The practical result was that only members of the highest nobility — members of “the one percent,” we’d call them today — could afford purple robes. Even then, they tended to save them for special occasions. Jesus tells us, though, that this man “was dressed in purple.” The verb he uses for “dressed” is an imperfect tense: indicating that the rich man decked himself out in purple every single day.

He also wore “fine linen.” The Greek word used here is also used in Greek editions of the Hebrew Scriptures to refer to the clothing of the high priests, who would generally wear fine linen only on high holy days. This man’s ordinary, everyday clothing is the stuff favored by emperors and by senior members of the religious elite, for their official vestments.

Jesus also tells us he “feasted sumptuously every day.” In the ancient world, the word “feast” was typically reserved for special holidays: the Thanksgivings and Christmases of that society. In the house of this rich man, an everyday dinner is Thanksgiving and Christmas rolled into one. He reclines at his table, clad in the rarest and most expensive clothing — paying no heed to the effect of gravy stains and spilled wine on those costly fabrics. He doesn’t care. He can afford another purple robe, and another and another.

The man, in short, is not just rich. He’s unimaginably rich. He’s Donald Trump rich.

There’s another principal character: a poor man by the name of Lazarus. He couldn’t be more different. If the other man is the richest of the rich, then Lazarus is the poorest of the poor. He lies on the street outside the rich man’s house, weak and covered with running sores. The only care anyone seems to pay him is offered by the local stray dogs, who amble over from time to time and lick his sores with their tongues.

Now, some commentators assume — based on the position of this poor man outside the gates of the rich man’s house — that he’s a professional beggar. In fact, there’s no evidence to suggest that. From the way Jesus describes his miserable condition, he’s probably too sick to beg. The verb used here for his lying by the gate can also mean “thrown down” — as though he’s too weak even to get up. Someone probably hauled him over there and dumped him by the rich man’s gate, the same way some anonymous people today dump sick homeless people outside hospital emergency rooms.

Now, why would they choose to do that to poor Lazarus? Because there were no emergency rooms. Rich people in that society — be they Roman or Jewish — were expected to distribute a certain amount of their cash to the poor on a regular basis. Such generosity wasn’t an optional whim. It was a solemn religious injunction: in Hebrew terms, a mitzvah. It was the closest that society got to a social welfare system.

We heard that solemn injunction as our first lesson today. Deuteronomy 15 — a portion of the Law of Moses — instructs:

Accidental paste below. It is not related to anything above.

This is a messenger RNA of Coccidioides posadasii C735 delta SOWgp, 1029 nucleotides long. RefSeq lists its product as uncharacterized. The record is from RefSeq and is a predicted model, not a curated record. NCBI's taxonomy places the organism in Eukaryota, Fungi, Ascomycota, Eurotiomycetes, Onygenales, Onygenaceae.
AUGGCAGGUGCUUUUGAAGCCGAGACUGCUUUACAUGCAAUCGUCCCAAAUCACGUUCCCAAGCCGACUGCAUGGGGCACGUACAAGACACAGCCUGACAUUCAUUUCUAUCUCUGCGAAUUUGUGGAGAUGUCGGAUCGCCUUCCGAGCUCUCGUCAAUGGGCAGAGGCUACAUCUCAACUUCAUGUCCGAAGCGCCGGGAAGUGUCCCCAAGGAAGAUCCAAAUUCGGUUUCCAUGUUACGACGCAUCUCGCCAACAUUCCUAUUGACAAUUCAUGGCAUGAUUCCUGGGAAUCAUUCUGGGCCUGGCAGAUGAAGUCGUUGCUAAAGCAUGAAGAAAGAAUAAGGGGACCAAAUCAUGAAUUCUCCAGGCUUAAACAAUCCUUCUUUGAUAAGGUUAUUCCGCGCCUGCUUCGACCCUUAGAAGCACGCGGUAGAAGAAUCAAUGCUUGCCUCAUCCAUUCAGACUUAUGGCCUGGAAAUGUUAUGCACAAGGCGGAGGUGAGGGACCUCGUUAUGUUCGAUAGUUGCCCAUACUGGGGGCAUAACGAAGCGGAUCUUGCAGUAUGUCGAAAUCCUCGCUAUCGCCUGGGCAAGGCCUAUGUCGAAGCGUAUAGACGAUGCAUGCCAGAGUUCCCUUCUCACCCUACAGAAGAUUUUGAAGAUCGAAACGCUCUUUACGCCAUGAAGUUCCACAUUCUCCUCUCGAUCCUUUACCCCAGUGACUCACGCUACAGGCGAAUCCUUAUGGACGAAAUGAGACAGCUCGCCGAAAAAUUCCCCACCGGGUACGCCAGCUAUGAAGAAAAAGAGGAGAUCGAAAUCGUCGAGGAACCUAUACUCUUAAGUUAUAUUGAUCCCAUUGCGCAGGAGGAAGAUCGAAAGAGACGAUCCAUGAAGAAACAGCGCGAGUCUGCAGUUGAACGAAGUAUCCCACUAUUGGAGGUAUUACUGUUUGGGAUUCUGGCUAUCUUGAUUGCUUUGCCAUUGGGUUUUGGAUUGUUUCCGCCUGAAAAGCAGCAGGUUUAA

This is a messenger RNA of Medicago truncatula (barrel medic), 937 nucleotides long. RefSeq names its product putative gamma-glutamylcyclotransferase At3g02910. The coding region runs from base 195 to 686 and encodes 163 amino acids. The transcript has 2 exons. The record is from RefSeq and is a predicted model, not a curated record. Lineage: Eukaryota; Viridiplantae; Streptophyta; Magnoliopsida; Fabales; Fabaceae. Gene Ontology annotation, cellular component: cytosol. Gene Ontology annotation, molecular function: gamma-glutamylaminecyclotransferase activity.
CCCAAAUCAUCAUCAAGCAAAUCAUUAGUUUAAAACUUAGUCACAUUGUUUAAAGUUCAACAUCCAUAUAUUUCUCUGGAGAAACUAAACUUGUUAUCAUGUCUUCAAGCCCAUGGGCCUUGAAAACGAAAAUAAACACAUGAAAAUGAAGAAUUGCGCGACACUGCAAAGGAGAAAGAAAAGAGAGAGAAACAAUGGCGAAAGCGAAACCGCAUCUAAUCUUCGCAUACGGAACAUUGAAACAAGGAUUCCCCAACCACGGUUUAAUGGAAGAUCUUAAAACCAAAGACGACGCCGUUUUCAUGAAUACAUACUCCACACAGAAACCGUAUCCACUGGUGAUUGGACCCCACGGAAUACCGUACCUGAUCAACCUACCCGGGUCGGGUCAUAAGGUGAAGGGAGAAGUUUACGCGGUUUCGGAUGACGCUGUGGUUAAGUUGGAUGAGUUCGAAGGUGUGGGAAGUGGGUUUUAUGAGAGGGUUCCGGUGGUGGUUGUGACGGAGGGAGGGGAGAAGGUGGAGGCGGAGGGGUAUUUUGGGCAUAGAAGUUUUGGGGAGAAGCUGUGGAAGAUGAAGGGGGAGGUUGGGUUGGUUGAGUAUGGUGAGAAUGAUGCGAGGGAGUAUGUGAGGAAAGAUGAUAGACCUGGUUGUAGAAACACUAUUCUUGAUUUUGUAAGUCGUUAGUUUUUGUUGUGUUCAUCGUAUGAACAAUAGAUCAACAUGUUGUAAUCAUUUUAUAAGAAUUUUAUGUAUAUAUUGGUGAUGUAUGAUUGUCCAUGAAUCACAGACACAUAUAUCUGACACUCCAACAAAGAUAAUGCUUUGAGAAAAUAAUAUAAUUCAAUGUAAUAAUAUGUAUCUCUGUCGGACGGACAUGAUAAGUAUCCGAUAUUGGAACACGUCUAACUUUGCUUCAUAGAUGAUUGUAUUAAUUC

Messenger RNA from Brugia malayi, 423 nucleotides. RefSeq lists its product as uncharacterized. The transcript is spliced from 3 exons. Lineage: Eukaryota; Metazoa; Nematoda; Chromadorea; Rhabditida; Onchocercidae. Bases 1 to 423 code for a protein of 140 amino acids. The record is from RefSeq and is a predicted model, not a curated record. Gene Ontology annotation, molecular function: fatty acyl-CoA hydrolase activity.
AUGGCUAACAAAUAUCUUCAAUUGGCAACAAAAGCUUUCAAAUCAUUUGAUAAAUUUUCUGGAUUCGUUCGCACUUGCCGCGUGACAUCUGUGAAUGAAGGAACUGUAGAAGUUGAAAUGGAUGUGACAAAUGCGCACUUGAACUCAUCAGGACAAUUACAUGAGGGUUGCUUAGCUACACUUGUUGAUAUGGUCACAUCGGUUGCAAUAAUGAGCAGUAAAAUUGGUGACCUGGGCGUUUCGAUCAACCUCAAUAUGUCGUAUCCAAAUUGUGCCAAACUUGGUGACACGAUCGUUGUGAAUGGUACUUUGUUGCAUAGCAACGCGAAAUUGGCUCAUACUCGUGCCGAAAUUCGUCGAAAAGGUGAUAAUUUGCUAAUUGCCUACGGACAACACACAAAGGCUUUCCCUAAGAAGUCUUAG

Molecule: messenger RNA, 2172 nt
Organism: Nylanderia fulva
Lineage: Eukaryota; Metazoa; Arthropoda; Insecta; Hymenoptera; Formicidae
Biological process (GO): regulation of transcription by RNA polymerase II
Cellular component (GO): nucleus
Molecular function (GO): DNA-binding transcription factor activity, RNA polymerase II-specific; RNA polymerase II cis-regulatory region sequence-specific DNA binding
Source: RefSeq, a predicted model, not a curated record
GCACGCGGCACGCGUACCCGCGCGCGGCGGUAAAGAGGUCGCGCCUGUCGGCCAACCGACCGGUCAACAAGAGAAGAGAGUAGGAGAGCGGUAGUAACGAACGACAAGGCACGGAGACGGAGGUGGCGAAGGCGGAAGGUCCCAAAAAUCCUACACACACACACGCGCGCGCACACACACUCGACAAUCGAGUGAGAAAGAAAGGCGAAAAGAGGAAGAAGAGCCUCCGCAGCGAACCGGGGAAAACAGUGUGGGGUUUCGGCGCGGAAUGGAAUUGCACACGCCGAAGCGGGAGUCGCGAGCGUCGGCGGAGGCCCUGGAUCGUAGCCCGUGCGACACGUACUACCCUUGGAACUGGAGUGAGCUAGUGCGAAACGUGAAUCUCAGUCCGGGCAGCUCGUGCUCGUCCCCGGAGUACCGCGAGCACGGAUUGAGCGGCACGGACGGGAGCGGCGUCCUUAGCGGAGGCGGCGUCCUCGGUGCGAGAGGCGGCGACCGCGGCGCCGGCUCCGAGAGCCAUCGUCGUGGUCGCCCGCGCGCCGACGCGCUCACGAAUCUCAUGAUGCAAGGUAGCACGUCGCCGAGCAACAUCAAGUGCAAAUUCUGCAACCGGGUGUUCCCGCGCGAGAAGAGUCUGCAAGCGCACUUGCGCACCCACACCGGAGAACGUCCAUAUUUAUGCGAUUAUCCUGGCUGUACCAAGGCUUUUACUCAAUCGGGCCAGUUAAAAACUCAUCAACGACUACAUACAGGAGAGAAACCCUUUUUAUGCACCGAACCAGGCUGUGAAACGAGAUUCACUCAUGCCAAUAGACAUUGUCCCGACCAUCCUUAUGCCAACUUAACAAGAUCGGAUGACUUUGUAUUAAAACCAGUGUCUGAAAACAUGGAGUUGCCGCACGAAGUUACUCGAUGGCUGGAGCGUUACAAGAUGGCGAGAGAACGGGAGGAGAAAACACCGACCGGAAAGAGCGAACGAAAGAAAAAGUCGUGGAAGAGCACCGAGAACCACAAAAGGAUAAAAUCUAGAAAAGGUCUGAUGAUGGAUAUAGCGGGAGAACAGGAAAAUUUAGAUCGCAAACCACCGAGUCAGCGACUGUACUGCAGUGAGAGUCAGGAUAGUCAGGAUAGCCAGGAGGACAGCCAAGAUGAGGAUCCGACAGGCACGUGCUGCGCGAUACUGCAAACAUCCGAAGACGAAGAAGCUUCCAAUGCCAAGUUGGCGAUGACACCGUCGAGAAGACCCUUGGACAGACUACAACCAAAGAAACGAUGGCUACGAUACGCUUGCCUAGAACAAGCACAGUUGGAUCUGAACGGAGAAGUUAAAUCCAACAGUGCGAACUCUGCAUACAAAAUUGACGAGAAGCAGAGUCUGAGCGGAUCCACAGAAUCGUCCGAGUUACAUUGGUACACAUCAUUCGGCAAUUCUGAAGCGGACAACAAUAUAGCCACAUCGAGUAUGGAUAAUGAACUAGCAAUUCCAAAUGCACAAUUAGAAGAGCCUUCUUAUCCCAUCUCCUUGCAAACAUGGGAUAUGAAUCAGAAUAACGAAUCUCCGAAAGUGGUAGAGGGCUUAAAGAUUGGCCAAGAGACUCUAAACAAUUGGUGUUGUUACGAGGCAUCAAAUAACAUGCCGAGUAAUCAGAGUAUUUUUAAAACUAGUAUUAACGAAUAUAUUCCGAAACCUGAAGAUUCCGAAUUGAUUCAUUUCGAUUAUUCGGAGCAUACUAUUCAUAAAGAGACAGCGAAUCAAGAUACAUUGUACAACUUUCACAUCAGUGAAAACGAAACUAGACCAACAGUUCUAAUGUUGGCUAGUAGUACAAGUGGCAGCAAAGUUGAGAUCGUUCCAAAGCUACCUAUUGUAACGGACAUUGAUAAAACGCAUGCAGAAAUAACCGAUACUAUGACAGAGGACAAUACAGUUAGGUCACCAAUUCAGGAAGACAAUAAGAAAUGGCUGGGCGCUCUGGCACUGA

“If there is among you anyone in need, a member of your community in any of your towns within the land that the Lord your God is giving you, do not be hard-hearted or tight-fisted toward your needy neighbor. You should rather open your hand, willingly lending enough to meet the need, whatever it may be…. Since there will never cease to be some in need on the earth, I therefore command you, ‘Open your hand to the poor and needy neighbor in your land.’”

Lazarus, it turns out, is distinctly unlucky: because this particular rich man — his potential savior — couldn’t care less about the Law of Moses. He’s all about the wining and dining, the Thanksgiving turkey and Christmas pudding each and every day. We don’t read, here, about him entertaining anyone. His everyday gluttony is purely to gratify his own senses.

Interesting factoid: the only characters to whom Jesus assigns a proper name in any of his parables are both found in this story. One is Lazarus; the other is Father Abraham. It’s no accident that the rich man has no name: because, as we’ll soon discover, there’s a great reversal on the way. Once the two men die, the tables are turned. The poor man is ushered into heaven and the rich man — well, he goes to the other place. It’s a place where his good name doesn’t do him any good. He’s the nameless sufferer now. And Lazarus is assigned the most distinguished place in all of heaven.

The rich man looks up from his miserable sufferings, and sees Lazarus reclining by Abraham’s side. The Greek literally says “by Abraham’s bosom.” The picture Jesus is painting is of Abraham reclining at his heavenly banqueting-table, with Lazarus laying his head on his chest. The miserable man who once had the lowest place on the pecking-order on earth is accorded the most distinguished place in heaven.